Saudis Funded al-Qaeda, Enabled 9/11 Attacks: Suit

Claims country backed banks, charities that supported terrorist group
By Matt Cantor,  Newser User
Posted Sep 19, 2011 11:09 AM CDT
Saudi Interior Minister Prince Nayef bin Abdulaziz Al Saud, second right, talks with his Bahraini counterpart, Sheik Rashid bin Abdullah Al Khalifa, right, outside a Manama, Bahrain, hotel Wednesday,...   (AP Photo/Hasan Jamali)

(Newser) – A syndicate of Britain’s Lloyd’s insurance company is suing Saudi Arabia on the assertion that the country gave material support to al-Qaeda in the years before 9/11, the Independent reports. The syndicate wants repayment of the $215 million it gave to victims of the 9/11 attacks; the company holds that charities and banks that supported al-Qaeda were “agents and alter egos” for Saudi Arabia itself. Saudi Arabia has denied giving any support to al-Qaeda, and the US 9/11 Commission saw no link between the Saudis and the terror group.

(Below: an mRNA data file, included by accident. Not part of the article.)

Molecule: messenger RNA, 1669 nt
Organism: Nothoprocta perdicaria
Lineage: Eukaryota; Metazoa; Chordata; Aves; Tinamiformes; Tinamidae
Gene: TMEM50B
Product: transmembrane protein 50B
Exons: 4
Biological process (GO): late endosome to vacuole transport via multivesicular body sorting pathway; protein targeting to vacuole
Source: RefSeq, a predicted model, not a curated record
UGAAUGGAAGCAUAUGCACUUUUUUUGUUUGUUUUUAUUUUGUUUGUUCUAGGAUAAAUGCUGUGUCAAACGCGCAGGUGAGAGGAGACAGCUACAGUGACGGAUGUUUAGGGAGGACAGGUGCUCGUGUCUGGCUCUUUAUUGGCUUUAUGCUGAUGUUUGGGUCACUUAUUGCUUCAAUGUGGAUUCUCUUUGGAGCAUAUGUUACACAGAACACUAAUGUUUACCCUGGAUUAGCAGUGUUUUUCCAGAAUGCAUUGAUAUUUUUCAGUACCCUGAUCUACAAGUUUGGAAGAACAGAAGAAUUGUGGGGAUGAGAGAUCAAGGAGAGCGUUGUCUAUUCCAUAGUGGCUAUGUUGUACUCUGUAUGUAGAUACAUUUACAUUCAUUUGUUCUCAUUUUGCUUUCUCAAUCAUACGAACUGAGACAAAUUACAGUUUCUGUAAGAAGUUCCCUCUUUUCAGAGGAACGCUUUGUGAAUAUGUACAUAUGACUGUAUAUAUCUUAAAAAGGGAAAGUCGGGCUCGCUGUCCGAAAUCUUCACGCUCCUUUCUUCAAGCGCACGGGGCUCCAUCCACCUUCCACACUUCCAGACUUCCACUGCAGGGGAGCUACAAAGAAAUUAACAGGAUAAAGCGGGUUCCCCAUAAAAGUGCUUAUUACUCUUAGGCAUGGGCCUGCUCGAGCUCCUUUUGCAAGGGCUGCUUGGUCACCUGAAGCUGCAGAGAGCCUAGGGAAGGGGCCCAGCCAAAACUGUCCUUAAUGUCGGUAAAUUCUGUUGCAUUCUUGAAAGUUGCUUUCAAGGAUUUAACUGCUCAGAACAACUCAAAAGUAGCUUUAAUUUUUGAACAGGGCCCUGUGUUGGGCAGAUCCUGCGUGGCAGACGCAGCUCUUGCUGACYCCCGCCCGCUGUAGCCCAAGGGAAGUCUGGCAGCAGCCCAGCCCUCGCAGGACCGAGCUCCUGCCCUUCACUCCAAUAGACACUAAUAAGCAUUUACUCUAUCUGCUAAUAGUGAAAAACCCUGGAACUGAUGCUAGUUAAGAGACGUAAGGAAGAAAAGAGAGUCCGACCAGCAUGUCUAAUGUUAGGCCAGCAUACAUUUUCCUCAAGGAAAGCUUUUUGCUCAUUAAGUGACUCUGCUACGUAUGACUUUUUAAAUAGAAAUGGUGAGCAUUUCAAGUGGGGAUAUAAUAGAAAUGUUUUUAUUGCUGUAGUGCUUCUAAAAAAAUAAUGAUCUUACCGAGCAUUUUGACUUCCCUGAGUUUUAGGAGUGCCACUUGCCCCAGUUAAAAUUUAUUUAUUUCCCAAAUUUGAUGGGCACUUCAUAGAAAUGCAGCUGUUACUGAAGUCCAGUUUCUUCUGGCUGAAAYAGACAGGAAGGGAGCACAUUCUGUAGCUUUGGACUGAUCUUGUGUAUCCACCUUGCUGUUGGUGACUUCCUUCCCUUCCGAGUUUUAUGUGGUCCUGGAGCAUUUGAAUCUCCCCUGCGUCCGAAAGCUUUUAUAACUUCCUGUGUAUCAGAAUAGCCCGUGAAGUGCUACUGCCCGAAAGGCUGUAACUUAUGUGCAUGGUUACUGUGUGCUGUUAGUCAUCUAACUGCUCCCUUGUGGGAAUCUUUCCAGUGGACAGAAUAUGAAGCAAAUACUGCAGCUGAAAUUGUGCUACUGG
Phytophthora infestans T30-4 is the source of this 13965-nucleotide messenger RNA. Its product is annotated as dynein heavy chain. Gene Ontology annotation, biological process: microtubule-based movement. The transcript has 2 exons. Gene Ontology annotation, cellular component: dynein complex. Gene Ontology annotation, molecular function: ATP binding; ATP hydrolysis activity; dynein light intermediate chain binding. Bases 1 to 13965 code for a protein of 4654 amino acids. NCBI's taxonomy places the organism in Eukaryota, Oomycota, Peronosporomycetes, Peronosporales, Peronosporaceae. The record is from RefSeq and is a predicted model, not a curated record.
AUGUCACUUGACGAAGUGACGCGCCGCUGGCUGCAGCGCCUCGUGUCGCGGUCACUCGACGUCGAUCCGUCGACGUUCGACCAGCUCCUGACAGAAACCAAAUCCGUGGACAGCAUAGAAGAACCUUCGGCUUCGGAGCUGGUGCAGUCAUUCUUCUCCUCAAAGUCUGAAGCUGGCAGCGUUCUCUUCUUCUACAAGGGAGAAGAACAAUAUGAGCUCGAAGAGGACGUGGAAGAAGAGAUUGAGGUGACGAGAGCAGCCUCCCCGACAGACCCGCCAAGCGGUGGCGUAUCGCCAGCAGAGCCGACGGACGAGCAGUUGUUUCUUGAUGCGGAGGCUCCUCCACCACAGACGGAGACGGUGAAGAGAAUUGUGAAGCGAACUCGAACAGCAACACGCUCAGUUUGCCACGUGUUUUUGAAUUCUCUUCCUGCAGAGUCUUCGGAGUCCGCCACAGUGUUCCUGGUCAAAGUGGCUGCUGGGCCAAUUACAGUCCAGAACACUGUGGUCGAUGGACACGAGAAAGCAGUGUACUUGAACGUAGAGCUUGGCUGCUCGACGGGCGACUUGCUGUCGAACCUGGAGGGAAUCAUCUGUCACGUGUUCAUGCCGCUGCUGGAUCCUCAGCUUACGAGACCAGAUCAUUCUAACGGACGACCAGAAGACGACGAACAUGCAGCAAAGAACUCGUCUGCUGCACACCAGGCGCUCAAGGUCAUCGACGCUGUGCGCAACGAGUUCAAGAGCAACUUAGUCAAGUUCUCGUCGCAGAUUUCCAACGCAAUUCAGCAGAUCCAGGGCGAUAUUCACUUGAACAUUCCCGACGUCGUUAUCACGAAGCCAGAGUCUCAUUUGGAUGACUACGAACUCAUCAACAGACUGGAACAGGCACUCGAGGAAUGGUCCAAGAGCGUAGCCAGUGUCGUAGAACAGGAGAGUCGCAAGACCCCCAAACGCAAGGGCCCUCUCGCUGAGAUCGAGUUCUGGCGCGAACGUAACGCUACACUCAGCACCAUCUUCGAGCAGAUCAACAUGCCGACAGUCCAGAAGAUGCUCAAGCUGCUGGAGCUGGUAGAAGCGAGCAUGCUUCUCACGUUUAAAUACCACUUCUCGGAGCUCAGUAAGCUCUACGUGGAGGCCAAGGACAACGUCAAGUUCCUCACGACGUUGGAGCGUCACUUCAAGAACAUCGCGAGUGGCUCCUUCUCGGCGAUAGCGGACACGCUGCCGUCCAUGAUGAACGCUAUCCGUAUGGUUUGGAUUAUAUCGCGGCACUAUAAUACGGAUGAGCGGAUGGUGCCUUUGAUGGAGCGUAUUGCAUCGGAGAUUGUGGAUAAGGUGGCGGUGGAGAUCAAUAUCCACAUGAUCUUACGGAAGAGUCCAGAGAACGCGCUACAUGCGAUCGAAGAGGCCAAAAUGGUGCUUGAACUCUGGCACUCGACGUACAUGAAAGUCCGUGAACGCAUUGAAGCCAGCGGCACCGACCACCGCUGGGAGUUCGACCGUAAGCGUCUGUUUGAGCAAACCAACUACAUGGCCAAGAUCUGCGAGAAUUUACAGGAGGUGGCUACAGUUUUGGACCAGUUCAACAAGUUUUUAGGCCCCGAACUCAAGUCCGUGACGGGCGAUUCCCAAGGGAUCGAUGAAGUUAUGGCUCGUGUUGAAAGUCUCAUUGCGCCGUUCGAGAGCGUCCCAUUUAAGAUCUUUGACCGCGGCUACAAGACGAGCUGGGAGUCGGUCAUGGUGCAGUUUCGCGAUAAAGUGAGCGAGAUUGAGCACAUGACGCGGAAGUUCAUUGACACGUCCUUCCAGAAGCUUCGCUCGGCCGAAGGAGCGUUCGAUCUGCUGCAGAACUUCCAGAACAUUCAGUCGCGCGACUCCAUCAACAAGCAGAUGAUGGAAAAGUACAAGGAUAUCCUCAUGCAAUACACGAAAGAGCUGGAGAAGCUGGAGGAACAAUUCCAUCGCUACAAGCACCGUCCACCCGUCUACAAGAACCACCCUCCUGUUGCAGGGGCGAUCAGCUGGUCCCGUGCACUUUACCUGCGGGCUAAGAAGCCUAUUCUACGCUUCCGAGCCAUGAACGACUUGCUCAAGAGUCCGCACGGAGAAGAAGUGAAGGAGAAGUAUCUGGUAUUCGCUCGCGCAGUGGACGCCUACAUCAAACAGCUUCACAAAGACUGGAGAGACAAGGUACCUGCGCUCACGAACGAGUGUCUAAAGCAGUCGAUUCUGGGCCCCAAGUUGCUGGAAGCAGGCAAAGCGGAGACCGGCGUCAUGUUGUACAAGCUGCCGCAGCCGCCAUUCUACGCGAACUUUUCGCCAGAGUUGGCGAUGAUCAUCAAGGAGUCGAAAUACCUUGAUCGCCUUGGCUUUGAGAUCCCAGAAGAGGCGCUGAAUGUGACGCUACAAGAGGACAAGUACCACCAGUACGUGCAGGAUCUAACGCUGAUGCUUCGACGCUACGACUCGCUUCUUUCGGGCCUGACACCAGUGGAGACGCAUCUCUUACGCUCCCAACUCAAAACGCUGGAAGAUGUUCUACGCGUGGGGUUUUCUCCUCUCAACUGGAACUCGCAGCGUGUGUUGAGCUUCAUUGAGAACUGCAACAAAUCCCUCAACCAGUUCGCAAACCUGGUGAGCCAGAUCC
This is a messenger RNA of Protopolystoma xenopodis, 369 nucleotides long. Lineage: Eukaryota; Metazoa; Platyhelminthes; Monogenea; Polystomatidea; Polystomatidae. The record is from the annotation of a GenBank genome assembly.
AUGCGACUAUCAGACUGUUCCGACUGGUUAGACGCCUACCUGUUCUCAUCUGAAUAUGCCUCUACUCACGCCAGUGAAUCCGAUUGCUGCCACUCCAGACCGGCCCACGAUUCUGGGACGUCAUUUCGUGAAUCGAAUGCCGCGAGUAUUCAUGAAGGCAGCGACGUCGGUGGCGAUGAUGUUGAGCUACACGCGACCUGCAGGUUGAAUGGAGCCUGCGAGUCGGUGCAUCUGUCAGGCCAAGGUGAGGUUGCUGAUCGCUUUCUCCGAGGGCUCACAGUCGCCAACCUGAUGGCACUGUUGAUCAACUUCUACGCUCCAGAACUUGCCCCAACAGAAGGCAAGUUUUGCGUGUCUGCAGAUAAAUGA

“The success of al-Qaeda's agenda, including the 11 September attacks themselves, has been made possible by the lavish sponsorship al-Qaeda has received from its material sponsors and supporters over more than a decade leading up to 11 September 2001,” says the 156-page claim, which adds that al-Qaeda wouldn't have been able to "conceive, plan, and execute" the attacks "absent the sponsorship." The claim names nine defendants and points the finger at a member of the Saudi royal family, Prince Naif bin Abdul Aziz al-Saud, who was allegedly running one Saudi charity when it "diverted more than $74m to al-Qaeda members and loyalists." Click through for more on the Lloyd's syndicate claim. (Read more Saudi Arabia stories.)

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